It’s tough to get on the bill. Every Thursday, Rotknee finalizes the lineup. At this point, he’s already chosen Monday’s six regulars. Plucked from Atlanta’s best comedians, they go up week after week to prepare for out-of-state gigs. It’s a bit different for rookies who want a shot at the 10 other open spots. At 5 p.m., Rotknee puts his phone on silent and awaits the onslaught of calls.

“It takes one minute for me to get all the calls I need,” Rotknee says. “I usually get 30-40 in that minute. I’ve had comics come to the show just to complain that they weren’t able to get through. Every spot seems to be heavily coveted now.”

Each comedian gets five or six minutes, sometimes more if Rotknee thinks he or she’s killing it. He emcees the evening, telling jokes, and working the crowd. Countless drinks have been tilted skyward at Star Bar on Mondays. A few careers have been launched. Two albums have been recorded there. One time, a guy in the audience had a seizure. It hasn’t always been pretty, but Star Bar’s comedy night has become an institution, the most respected open mic night in town.

“In my personal opinion,” comedian Andy Sandford wrote in a 2013 blog post, “if you are a comic in Atlanta and you don’t even try to do Star Bar, then you ain’t really doin’ it.”

Before Stacy was Atlanta’s corn dog king, he was, well, a lot of things. From 2001-2007, he co-owned Star Bar with Dave Parker and Gary Yoxen. Currently, the 47-year-old looms over the bar of his Avondale Estates establishment, Pallookaville Fine Foods, and orders a mug of cider. An intimidating figure, he stands around six and half feet tall, sporting an impressive ginger beard, thick strawberry-blond locks, and countless tattoos. He’s sung in bands, inked up people, owned or managed other businesses, including the Starlight Drive-In, and hosted a TV show. He’s currently a judge on Destination America’s “Deep Fried Masters.”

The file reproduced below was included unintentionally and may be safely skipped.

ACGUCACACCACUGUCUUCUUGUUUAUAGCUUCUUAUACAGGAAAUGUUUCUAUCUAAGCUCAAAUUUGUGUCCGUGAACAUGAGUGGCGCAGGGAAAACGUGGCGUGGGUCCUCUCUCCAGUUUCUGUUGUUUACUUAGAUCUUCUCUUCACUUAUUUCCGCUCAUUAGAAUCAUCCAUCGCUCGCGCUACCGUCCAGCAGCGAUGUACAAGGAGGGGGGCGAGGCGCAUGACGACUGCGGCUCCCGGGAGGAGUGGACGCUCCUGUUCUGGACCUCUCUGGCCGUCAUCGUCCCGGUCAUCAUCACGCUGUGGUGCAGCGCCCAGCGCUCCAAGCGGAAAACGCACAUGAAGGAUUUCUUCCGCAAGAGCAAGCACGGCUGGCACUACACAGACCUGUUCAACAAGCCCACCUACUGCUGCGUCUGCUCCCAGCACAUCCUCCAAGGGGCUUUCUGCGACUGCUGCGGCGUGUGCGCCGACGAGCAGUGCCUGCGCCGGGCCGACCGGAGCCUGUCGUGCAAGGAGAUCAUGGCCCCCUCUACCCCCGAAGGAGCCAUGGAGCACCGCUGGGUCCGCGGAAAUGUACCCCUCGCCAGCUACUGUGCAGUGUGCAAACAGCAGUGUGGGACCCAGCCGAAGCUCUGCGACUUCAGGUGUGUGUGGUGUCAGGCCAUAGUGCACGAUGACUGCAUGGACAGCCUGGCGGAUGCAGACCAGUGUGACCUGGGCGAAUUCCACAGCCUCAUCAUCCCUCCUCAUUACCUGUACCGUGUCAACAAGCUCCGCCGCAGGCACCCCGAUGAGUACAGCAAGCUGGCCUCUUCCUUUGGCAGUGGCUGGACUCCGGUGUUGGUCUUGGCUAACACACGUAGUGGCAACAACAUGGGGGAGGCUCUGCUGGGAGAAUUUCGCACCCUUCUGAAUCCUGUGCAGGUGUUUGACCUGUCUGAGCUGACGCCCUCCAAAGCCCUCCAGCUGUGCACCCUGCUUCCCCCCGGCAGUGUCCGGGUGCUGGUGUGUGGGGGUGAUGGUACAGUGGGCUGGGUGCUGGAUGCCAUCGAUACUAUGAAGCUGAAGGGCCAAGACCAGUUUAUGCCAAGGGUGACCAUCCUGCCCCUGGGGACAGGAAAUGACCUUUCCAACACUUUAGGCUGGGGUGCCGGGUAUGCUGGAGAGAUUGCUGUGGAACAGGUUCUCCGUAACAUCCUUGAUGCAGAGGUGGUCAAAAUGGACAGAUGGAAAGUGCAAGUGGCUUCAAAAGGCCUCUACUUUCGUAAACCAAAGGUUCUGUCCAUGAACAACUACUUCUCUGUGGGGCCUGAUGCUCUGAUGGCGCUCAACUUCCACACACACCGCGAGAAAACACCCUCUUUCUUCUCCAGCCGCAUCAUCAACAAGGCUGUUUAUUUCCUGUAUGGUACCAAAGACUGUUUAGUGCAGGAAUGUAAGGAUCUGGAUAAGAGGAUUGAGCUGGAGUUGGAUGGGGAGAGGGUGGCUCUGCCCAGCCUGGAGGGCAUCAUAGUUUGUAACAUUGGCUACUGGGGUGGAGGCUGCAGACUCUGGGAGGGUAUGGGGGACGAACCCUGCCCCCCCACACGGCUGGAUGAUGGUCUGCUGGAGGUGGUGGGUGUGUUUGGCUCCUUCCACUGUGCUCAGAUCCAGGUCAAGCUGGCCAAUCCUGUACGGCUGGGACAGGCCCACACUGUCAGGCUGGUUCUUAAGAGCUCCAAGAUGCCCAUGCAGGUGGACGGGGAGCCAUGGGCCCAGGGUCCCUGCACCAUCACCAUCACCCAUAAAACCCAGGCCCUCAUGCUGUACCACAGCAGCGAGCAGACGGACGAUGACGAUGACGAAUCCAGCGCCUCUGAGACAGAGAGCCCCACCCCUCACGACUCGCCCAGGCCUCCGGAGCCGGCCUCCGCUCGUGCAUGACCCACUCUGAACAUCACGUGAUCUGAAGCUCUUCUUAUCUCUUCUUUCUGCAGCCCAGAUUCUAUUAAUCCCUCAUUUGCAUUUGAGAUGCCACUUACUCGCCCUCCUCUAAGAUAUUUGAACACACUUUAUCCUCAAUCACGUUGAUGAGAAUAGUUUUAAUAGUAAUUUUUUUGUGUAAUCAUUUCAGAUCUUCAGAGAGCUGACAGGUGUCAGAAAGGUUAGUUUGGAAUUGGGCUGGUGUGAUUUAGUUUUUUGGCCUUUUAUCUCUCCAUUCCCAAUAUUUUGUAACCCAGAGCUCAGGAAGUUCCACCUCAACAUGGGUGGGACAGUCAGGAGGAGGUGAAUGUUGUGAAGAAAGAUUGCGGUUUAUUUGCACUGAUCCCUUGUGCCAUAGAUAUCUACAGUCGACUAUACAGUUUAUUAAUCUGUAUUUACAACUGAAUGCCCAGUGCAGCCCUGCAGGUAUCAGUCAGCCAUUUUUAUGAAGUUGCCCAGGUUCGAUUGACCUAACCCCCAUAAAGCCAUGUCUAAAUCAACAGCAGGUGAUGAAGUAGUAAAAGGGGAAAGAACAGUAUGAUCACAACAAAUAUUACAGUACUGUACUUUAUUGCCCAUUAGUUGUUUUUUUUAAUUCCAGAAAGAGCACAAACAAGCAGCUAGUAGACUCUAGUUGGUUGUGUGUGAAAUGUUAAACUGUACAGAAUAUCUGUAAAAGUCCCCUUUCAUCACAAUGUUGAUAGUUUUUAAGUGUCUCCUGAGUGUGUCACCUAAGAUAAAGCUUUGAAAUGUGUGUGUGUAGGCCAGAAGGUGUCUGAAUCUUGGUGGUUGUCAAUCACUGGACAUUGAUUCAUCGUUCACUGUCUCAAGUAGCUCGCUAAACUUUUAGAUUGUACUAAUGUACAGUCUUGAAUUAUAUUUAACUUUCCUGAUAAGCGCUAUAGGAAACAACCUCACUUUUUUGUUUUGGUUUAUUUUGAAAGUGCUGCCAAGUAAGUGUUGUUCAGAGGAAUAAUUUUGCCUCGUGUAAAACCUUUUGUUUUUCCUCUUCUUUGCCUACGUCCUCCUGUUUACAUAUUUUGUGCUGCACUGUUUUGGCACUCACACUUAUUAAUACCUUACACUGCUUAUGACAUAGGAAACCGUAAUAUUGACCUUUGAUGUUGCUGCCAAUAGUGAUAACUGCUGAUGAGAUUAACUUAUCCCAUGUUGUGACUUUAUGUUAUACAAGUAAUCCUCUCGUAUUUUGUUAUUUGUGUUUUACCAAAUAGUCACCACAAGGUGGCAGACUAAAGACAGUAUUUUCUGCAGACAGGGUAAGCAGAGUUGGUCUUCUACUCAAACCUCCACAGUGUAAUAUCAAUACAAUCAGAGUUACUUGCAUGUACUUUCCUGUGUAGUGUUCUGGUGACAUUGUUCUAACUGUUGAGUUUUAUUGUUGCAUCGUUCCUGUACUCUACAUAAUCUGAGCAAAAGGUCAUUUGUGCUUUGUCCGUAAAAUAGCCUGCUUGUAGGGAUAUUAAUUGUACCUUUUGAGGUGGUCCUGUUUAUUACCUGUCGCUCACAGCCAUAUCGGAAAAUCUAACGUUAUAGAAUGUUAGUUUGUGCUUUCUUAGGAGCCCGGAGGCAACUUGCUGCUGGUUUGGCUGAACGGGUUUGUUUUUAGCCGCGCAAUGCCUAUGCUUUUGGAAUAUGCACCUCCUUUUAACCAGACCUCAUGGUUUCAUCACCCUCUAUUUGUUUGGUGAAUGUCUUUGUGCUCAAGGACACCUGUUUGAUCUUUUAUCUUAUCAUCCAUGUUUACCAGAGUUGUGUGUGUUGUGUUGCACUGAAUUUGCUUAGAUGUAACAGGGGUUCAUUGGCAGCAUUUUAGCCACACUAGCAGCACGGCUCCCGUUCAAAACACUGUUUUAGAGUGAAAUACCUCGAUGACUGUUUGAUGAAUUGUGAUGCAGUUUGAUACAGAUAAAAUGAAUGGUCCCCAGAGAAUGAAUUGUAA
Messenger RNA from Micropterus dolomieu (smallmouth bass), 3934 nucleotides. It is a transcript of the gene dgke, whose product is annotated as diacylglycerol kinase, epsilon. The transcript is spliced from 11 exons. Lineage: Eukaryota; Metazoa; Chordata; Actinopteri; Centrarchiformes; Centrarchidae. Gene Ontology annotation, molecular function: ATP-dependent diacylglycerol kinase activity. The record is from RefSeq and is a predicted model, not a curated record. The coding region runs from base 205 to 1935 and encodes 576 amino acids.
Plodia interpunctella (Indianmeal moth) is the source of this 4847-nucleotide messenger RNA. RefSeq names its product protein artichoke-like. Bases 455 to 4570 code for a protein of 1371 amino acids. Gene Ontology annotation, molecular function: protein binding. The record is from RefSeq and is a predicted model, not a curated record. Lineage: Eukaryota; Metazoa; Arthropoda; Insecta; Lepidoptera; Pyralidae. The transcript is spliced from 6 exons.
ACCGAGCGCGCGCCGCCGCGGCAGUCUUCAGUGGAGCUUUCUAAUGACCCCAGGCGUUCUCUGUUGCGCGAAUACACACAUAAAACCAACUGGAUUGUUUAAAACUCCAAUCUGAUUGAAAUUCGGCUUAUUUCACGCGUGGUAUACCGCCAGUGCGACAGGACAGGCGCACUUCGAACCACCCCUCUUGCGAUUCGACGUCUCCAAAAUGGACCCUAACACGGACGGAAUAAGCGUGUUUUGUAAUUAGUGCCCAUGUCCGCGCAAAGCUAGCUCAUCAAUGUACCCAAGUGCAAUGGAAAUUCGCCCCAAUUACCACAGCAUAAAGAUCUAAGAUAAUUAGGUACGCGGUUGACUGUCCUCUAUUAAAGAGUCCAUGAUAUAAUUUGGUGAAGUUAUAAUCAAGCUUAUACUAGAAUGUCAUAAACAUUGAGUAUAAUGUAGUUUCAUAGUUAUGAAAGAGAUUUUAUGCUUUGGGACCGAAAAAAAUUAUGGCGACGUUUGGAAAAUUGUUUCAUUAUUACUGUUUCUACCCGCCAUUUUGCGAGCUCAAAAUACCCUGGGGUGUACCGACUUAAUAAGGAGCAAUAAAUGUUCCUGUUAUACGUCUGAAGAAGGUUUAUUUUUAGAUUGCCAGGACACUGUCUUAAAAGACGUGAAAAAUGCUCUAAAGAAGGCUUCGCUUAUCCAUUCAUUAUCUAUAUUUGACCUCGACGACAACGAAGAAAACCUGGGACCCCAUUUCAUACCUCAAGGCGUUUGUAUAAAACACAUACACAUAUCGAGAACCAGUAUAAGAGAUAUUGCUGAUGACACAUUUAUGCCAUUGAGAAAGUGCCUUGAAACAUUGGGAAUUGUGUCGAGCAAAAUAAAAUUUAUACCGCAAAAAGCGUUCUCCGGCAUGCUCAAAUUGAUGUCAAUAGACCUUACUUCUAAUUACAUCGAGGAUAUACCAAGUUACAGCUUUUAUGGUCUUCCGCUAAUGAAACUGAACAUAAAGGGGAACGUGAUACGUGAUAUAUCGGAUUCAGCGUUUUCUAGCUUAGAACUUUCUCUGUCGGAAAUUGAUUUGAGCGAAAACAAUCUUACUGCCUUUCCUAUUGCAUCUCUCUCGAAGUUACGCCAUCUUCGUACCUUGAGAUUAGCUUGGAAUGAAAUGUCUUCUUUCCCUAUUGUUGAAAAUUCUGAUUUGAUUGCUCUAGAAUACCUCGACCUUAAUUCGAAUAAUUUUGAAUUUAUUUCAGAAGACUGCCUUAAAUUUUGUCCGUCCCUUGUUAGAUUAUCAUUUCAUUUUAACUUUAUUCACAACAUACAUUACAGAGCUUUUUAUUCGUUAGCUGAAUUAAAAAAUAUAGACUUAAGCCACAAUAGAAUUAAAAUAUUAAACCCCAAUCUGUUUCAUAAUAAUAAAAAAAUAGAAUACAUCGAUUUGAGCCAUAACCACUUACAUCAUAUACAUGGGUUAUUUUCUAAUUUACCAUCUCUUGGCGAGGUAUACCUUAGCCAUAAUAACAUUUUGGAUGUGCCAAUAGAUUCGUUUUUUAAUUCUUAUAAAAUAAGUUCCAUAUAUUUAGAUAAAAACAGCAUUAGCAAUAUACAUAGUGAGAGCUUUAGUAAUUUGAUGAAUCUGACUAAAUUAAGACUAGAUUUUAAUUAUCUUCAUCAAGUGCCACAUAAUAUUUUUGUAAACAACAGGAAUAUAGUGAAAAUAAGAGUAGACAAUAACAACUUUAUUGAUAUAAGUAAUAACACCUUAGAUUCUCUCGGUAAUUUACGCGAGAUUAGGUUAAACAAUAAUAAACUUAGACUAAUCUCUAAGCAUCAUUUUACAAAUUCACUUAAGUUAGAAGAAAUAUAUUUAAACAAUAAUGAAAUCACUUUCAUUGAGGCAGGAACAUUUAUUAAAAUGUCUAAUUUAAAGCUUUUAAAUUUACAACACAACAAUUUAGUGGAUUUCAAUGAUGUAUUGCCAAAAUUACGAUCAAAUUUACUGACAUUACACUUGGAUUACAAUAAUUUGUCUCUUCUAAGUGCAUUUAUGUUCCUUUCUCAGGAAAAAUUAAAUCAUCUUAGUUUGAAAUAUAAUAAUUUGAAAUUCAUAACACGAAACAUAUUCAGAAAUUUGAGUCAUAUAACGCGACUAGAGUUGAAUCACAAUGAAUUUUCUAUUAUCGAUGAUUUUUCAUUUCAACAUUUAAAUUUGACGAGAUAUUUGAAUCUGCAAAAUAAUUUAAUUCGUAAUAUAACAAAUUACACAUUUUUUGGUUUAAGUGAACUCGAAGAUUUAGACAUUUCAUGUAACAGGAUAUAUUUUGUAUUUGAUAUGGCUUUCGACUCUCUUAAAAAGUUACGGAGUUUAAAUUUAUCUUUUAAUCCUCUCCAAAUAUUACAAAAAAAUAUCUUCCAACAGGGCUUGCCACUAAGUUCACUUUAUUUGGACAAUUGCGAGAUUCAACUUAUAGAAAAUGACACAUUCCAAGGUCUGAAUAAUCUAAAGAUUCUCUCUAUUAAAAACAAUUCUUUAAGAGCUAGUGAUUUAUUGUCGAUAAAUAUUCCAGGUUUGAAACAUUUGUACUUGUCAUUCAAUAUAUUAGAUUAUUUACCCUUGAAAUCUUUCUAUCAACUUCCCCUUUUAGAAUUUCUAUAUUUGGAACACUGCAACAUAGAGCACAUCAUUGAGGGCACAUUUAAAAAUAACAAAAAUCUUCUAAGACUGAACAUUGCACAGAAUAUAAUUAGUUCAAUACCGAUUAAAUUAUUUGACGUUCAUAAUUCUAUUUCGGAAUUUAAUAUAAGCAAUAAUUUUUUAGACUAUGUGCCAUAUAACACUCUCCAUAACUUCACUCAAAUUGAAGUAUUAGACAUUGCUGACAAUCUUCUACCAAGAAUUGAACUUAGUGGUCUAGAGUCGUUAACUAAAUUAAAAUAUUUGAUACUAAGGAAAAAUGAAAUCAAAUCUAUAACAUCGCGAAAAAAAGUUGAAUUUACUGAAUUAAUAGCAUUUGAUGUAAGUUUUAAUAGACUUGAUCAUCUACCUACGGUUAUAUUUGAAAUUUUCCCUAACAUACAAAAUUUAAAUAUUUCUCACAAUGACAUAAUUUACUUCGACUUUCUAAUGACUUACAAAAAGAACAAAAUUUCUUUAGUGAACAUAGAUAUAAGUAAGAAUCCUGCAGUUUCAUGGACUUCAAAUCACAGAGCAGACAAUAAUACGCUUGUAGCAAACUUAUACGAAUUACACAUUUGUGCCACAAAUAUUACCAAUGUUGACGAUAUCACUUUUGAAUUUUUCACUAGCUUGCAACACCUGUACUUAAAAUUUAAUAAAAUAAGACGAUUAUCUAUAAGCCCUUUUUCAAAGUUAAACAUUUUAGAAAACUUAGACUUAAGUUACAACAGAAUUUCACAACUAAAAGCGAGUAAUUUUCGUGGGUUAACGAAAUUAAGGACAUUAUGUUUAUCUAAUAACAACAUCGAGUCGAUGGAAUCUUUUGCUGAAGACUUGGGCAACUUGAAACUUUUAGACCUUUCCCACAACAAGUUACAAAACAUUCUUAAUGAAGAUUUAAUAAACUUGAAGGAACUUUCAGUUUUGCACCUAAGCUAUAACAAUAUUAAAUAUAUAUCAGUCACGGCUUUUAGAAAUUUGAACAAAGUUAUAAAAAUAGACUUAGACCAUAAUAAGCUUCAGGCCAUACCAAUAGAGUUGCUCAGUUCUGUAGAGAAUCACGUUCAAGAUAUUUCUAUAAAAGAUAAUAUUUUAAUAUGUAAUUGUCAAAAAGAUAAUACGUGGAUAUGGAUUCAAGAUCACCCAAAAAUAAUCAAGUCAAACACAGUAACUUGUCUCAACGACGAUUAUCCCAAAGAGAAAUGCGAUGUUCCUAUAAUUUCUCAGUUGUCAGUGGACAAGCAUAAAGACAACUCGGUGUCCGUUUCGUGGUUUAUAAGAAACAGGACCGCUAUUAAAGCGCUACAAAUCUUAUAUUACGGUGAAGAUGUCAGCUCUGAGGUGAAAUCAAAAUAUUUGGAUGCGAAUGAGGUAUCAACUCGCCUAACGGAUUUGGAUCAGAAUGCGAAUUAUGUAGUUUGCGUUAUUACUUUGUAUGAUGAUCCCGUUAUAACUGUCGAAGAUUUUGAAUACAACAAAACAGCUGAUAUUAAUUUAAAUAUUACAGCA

“I had been around since it opened,” Stacy says of the Little Five Points fixture that was founded in 1991. He lived in Athens at the time. “It was a home away from home. I was kind of a regular from out of town, just ran tight with everyone that was there. When I moved to Atlanta in ‘99, I started working there, and a couple years later, we bought it.”

Stacy met Rotknee, who’d been friends with Yoxen for years, at Star Bar one night.

“Atlanta’s the biggest small town,” Stacy says. “It’s kinda the cliché where everybody’s like, ‘Oh, the world’s so small.’ No, there’s only so many assholes that are into the same thing you’re into. You’re gonna keep bumping into the same people. The world’s huge! There’s only so many people who want to deal with your shit.”

Shortly after Stacy and his partners bought the bar, Rotknee took over its karaoke night. The two immediately hit it off. Rotknee, who had been doing a comedy night at the now-defunct Midtown location of Twisted Taco, wanted to get Stacy involved.

“I’m not setting foot in a place called Twisted Taco,” Stacy recalls telling Rotknee. “I was saying that kind of half-joking, but that just sounds terrible to me. I’m sure it’s a great place. There’s just way too many men wearing shoes with exposed toes.”

Instead, they decided to add 15 minutes of comedy onto Star Bar’s karaoke night. Admission would be free. Stacy would have a microphone behind the bar so he could chime in whenever he felt like it.